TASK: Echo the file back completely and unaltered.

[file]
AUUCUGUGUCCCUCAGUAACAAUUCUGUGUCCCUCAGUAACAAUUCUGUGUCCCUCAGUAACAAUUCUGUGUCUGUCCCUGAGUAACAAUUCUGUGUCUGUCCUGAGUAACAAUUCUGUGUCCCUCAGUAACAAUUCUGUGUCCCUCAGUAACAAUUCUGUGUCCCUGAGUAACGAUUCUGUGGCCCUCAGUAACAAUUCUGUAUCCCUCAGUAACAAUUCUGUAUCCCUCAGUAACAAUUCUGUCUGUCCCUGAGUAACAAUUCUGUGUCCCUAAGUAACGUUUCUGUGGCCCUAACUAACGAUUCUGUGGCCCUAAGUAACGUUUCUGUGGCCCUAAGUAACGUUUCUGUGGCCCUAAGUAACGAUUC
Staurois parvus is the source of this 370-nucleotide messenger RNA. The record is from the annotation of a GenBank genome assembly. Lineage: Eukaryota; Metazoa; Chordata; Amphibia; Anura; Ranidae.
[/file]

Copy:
AUUCUGUGUCCCUCAGUAACAAUUCUGUGUCCCUCAGUAACAAUUCUGUGUCCCUCAGUAACAAUUCUGUGUCUGUCCCUGAGUAACAAUUCUGUGUCUGUCCUGAGUAACAAUUCUGUGUCCCUCAGUAACAAUUCUGUGUCCCUCAGUAACAAUUCUGUGUCCCUGAGUAACGAUUCUGUGGCCCUCAGUAACAAUUCUGUAUCCCUCAGUAACAAUUCUGUAUCCCUCAGUAACAAUUCUGUCUGUCCCUGAGUAACAAUUCUGUGUCCCUAAGUAACGUUUCUGUGGCCCUAACUAACGAUUCUGUGGCCCUAAGUAACGUUUCUGUGGCCCUAAGUAACGUUUCUGUGGCCCUAAGUAACGAUUC
Staurois parvus is the source of this 370-nucleotide messenger RNA. The record is from the annotation of a GenBank genome assembly. Lineage: Eukaryota; Metazoa; Chordata; Amphibia; Anura; Ranidae.